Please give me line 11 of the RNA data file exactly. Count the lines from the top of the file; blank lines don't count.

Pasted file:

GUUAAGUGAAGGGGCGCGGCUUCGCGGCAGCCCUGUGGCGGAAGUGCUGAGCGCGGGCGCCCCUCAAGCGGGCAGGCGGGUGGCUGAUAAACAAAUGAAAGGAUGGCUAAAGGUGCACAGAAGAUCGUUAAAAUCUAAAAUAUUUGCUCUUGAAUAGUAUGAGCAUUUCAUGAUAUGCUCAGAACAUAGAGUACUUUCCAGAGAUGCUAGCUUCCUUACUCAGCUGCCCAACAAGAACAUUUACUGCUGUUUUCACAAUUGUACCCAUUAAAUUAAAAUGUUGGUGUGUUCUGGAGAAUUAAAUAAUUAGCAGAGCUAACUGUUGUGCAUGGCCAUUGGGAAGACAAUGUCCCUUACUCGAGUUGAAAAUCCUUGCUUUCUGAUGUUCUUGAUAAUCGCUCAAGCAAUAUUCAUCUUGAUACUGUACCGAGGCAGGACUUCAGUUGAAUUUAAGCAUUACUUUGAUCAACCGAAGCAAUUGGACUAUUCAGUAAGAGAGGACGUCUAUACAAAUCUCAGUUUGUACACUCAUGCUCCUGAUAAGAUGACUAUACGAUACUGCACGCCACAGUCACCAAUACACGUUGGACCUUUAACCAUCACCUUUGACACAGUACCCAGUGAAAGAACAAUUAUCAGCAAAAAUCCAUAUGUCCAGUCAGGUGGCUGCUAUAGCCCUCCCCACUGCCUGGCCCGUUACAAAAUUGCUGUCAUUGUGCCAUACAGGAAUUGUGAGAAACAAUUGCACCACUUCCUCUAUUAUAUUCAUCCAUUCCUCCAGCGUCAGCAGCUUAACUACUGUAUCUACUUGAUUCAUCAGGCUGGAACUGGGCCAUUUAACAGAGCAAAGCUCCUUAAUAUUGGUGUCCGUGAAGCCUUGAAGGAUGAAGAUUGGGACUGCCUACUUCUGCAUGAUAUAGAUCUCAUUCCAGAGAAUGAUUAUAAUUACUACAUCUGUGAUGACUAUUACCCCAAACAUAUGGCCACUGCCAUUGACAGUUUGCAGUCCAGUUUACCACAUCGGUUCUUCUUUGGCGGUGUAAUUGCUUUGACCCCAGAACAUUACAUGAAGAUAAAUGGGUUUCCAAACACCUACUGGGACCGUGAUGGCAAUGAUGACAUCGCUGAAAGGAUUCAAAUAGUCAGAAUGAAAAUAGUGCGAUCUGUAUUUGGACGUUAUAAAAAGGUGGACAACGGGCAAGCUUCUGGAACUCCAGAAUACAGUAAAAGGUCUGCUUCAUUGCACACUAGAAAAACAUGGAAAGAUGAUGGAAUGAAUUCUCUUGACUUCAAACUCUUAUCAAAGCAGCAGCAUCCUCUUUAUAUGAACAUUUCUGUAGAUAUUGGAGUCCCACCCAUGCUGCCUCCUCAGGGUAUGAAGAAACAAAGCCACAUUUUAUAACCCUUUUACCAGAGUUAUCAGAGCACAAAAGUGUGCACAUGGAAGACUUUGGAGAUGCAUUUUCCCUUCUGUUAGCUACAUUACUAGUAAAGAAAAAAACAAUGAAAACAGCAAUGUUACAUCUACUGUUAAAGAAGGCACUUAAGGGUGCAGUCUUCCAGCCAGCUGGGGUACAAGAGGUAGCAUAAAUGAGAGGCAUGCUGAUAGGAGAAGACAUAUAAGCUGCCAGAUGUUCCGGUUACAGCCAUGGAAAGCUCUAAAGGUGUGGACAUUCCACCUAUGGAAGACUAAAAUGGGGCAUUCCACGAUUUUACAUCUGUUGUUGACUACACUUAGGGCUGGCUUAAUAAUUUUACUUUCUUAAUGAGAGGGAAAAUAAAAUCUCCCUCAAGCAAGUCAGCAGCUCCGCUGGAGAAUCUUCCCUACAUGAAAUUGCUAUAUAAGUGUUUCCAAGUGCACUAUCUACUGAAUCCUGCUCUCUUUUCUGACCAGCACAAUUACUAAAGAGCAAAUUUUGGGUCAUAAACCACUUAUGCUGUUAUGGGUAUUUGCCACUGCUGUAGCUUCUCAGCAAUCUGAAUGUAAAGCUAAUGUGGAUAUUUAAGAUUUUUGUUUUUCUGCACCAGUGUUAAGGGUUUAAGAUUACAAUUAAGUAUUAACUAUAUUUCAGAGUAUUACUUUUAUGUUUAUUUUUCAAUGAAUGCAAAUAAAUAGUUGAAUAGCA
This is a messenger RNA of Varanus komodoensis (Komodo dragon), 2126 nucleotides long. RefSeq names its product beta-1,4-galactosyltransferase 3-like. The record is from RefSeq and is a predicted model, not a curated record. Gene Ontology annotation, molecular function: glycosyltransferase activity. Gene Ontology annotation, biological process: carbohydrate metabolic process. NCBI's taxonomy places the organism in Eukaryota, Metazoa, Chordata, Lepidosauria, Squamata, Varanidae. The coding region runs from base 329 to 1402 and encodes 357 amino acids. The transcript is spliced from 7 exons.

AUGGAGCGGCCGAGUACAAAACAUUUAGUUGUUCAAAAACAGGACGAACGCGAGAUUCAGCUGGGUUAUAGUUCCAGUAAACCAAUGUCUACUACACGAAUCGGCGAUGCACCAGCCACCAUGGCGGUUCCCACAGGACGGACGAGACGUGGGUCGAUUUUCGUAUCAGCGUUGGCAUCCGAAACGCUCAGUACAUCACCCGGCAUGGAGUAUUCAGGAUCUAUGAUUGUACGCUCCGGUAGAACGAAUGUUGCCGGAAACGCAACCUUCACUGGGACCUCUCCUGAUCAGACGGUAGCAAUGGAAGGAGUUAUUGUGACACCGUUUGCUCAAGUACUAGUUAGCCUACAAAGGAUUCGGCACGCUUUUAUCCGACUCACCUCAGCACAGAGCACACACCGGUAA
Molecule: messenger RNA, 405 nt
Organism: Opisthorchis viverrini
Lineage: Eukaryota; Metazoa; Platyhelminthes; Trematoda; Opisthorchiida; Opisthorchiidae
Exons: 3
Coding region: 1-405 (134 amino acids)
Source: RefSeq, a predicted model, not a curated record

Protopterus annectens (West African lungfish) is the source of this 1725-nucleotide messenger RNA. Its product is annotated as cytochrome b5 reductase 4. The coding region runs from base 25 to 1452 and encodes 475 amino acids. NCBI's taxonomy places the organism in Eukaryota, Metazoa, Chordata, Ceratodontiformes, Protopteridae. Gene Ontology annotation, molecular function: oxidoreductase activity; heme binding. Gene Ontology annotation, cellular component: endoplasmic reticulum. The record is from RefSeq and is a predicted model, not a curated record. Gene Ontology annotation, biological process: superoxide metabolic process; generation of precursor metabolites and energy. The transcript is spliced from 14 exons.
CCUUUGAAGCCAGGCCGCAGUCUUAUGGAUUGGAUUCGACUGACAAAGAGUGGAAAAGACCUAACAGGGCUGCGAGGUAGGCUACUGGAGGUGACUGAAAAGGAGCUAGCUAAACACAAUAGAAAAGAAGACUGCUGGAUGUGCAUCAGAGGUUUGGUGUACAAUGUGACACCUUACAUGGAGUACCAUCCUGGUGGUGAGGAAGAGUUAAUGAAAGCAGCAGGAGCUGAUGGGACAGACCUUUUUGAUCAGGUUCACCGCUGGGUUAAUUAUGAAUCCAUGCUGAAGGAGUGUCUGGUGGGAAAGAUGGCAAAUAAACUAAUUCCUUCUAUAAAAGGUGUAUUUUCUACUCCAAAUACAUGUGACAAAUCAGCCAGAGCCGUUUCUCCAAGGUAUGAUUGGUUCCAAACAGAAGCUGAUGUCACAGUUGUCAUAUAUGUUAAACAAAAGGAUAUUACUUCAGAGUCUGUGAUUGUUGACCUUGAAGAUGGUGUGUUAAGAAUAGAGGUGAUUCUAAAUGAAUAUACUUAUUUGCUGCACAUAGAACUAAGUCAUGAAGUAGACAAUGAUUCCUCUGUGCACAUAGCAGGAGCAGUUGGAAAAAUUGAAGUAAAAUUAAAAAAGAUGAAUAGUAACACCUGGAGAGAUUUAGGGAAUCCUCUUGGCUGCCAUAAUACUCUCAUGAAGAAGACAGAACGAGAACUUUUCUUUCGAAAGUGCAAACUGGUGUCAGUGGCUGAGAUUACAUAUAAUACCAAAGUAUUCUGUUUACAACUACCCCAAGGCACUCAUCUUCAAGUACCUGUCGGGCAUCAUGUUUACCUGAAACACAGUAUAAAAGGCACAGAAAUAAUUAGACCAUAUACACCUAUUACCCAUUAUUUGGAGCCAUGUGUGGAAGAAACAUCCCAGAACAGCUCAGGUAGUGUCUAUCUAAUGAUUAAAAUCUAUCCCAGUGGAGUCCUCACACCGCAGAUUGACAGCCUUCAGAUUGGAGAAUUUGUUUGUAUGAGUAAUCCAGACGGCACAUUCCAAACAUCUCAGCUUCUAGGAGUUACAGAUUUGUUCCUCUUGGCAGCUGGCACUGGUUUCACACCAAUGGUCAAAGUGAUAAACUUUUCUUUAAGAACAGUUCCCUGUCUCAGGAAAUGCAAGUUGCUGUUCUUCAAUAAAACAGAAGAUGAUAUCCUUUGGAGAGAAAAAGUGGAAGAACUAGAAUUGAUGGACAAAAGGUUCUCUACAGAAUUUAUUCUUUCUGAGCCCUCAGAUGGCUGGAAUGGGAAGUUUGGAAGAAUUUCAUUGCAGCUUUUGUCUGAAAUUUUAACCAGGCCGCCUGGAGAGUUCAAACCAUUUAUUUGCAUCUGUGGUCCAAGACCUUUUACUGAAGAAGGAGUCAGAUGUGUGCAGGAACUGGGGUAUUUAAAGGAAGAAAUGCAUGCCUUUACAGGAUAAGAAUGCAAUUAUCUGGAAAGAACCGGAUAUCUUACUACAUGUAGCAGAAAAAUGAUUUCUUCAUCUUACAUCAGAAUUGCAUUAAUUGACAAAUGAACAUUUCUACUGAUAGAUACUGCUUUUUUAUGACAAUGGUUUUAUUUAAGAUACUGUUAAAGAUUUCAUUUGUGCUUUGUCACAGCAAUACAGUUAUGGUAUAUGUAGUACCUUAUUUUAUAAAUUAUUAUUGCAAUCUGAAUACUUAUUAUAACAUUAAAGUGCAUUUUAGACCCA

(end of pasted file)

CCUUUGAAGCCAGGCCGCAGUCUUAUGGAUUGGAUUCGACUGACAAAGAGUGGAAAAGACCUAACAGGGCUGCGAGGUAGGCUACUGGAGGUGACUGAAAAGGAGCUAGCUAAACACAAUAGAAAAGAAGACUGCUGGAUGUGCAUCAGAGGUUUGGUGUACAAUGUGACACCUUACAUGGAGUACCAUCCUGGUGGUGAGGAAGAGUUAAUGAAAGCAGCAGGAGCUGAUGGGACAGACCUUUUUGAUCAGGUUCACCGCUGGGUUAAUUAUGAAUCCAUGCUGAAGGAGUGUCUGGUGGGAAAGAUGGCAAAUAAACUAAUUCCUUCUAUAAAAGGUGUAUUUUCUACUCCAAAUACAUGUGACAAAUCAGCCAGAGCCGUUUCUCCAAGGUAUGAUUGGUUCCAAACAGAAGCUGAUGUCACAGUUGUCAUAUAUGUUAAACAAAAGGAUAUUACUUCAGAGUCUGUGAUUGUUGACCUUGAAGAUGGUGUGUUAAGAAUAGAGGUGAUUCUAAAUGAAUAUACUUAUUUGCUGCACAUAGAACUAAGUCAUGAAGUAGACAAUGAUUCCUCUGUGCACAUAGCAGGAGCAGUUGGAAAAAUUGAAGUAAAAUUAAAAAAGAUGAAUAGUAACACCUGGAGAGAUUUAGGGAAUCCUCUUGGCUGCCAUAAUACUCUCAUGAAGAAGACAGAACGAGAACUUUUCUUUCGAAAGUGCAAACUGGUGUCAGUGGCUGAGAUUACAUAUAAUACCAAAGUAUUCUGUUUACAACUACCCCAAGGCACUCAUCUUCAAGUACCUGUCGGGCAUCAUGUUUACCUGAAACACAGUAUAAAAGGCACAGAAAUAAUUAGACCAUAUACACCUAUUACCCAUUAUUUGGAGCCAUGUGUGGAAGAAACAUCCCAGAACAGCUCAGGUAGUGUCUAUCUAAUGAUUAAAAUCUAUCCCAGUGGAGUCCUCACACCGCAGAUUGACAGCCUUCAGAUUGGAGAAUUUGUUUGUAUGAGUAAUCCAGACGGCACAUUCCAAACAUCUCAGCUUCUAGGAGUUACAGAUUUGUUCCUCUUGGCAGCUGGCACUGGUUUCACACCAAUGGUCAAAGUGAUAAACUUUUCUUUAAGAACAGUUCCCUGUCUCAGGAAAUGCAAGUUGCUGUUCUUCAAUAAAACAGAAGAUGAUAUCCUUUGGAGAGAAAAAGUGGAAGAACUAGAAUUGAUGGACAAAAGGUUCUCUACAGAAUUUAUUCUUUCUGAGCCCUCAGAUGGCUGGAAUGGGAAGUUUGGAAGAAUUUCAUUGCAGCUUUUGUCUGAAAUUUUAACCAGGCCGCCUGGAGAGUUCAAACCAUUUAUUUGCAUCUGUGGUCCAAGACCUUUUACUGAAGAAGGAGUCAGAUGUGUGCAGGAACUGGGGUAUUUAAAGGAAGAAAUGCAUGCCUUUACAGGAUAAGAAUGCAAUUAUCUGGAAAGAACCGGAUAUCUUACUACAUGUAGCAGAAAAAUGAUUUCUUCAUCUUACAUCAGAAUUGCAUUAAUUGACAAAUGAACAUUUCUACUGAUAGAUACUGCUUUUUUAUGACAAUGGUUUUAUUUAAGAUACUGUUAAAGAUUUCAUUUGUGCUUUGUCACAGCAAUACAGUUAUGGUAUAUGUAGUACCUUAUUUUAUAAAUUAUUAUUGCAAUCUGAAUACUUAUUAUAACAUUAAAGUGCAUUUUAGACCCA